Between the security detail for the diva, the discovery of another gang-related attack in the park, and the rather more unusual animal-at-large report, the police had ordered the two attorneys and the homeless couple not to leave until their statements had been taken. That did not look like it was going to happen anytime soon, so Kay took command and inside of 30 seconds she was able to escort Charles to her waiting car unchallenged.

Stowed in the warm back seat of Kay's car, Charles edgily shook off her concern. "I'm fine," he said evenly. "I was just winded. I'm not going to the emergency room and that's final."

Kay decided to change the subject, for now. "You're going to be in the Times tomorrow," she told him. "You're in half of those shots. That's how close you were to her. The last of the great mezzo-sopranos. How marvelous."


Father's silence was worse than anything Catherine had steeled herself to hear from him.

He had struggled down the stairs as quickly as his hip would allow, and then when he got to the bottom, just . . . stopped. His grey gaze swept across his bleeding son; and then he looked at Catherine--looked at her and then through and beyond her, into some dark arena whose players only he could see. He said nothing, but in his face, Catherine suddenly saw it too.

She would have recoiled but it was too late; in one instant, in the infinite space between two heartbeats, time itself cracked open wide, the veil between the worlds swept aside and she saw everything. The consuming effort it required to hold the center that she, and Father, and everyone who loved Vincent had fought for and clung to so ferociously, all came apart as, in front of her eyes, Father seemed to wither, suddenly becoming impossibly old and devastatingly frail in his mortality. And as soon as she thought this, she saw the rest, the truth unspooling out in every direction in a dense, unending tapestry:

Everything I believe in, Father was thinking, and Catherine heard every word as if he were speaking them aloud, everything it means to me to be human, to keep hoping and fighting no matter what, to face evil not without fear but without despair, every reason to love in spite of the certainty of loss: is all contained, somehow, in the mystery, the miracle, of what Vincent is--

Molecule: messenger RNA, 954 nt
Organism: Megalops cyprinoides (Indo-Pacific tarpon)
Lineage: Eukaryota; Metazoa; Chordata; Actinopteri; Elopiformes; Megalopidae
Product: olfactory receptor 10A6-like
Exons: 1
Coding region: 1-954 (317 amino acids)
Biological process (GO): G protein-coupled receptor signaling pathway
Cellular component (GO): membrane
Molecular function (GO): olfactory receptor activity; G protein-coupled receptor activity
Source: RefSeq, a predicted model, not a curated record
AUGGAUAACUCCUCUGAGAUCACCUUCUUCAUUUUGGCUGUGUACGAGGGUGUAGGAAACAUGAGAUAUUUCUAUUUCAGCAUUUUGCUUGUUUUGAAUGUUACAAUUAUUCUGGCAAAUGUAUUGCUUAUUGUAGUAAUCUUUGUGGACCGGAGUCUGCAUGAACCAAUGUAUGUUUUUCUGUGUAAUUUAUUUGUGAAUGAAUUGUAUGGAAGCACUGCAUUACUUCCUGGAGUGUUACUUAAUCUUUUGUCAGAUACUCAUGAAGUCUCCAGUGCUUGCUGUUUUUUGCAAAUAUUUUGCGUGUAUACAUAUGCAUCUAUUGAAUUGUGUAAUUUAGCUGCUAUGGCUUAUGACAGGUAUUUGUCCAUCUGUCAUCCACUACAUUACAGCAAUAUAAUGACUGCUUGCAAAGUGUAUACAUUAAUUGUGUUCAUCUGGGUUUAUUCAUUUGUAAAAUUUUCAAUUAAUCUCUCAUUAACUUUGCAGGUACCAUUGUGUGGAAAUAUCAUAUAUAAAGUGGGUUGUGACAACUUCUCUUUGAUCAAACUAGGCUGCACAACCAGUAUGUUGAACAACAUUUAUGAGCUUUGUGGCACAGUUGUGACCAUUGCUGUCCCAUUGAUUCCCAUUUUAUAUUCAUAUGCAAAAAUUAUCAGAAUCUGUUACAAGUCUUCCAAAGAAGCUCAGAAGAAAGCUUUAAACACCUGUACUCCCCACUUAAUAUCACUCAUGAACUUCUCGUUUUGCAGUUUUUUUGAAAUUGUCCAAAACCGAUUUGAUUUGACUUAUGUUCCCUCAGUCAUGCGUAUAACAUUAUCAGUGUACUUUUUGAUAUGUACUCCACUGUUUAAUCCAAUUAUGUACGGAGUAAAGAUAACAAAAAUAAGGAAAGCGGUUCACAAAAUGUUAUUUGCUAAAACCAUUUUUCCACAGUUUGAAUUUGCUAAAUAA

Yes, thought Catherine, her mind racing to keep up. I see it now.

And she did see, abandoning words for vision, letting go, letting the torrent of pictures and sensations come over her and carry her out far beyond her depth yet bearing her aloft by the sweet relentless clarity of it.

She saw it, saw the divine inevitable in play, saw all at once how the pieces fit together, saw some unknown key had at last turned in the waiting lock as it was always meant to, the ancient machinery of all mysteries had suddenly been revealed to her sight, because--

It's not an unknown key! thought Catherine in an explosive rush of thrill and fear; I am that key!

This love, our love, has unlocked and set in motion something beyond my comprehension, sherealized, her thoughts tumbling over one another, struggling to grasp something for which she had never before needed words. There is a larger Mystery within our mystery; my only hints of it, our Bond; our Bond only one thread among infinites; this thread, the only one I am able to grasp; and now I see its continuum far, far beyond my own life . . . .

Yes, her mind heard Father interrupt her, you do see at last. But . . . .

But Vincent, saw Catherine, the heart, the center around which this Great Wheel turns, does not see this--he cannot see what we see. He does not know what he is!

No, Father finished her thought. He can see, and feel, everything you see and feel, Catherine--everything but this. And whether his unknowing is a tragedy or a mercy or both, is between Vincent and the Creator; it is not meant for our—nor for any--mortal understanding.

She saw this was true, she saw everything in this instant, in this infinite space between one heartbeat and the next, this two-way mirror the price of sight. The pain was so intense that it took Catherine a moment to realize the long, low keen of suffering was coming from Vincent and not from herself.


Vincent watched the two people he loved most grapple silently with a reality that could never be spoken aloud, and reflexively braced himself to provide psychic anchor for Catherine. Her connection with him had, in some accident of timing and distress, overrun its usual feedback loop between the two of them, and instead had raced along the conduits of his connection with Father, leaving her wide open and unprepared. She was reeling from the shock of some unexpected awareness. He flinched inwardly at the force of the collision, but, strangely, he could not parse any of the particulars, as if Catherine had stepped behind some great mirroring veil through which he could not follow and which threw back at him instead only odd fragmented shimmers of his own reflection. He could feel her heart swell and break, and swell and break again on some alien shore whose contours and coordinates remained hidden to him, and it unsettled him deeply.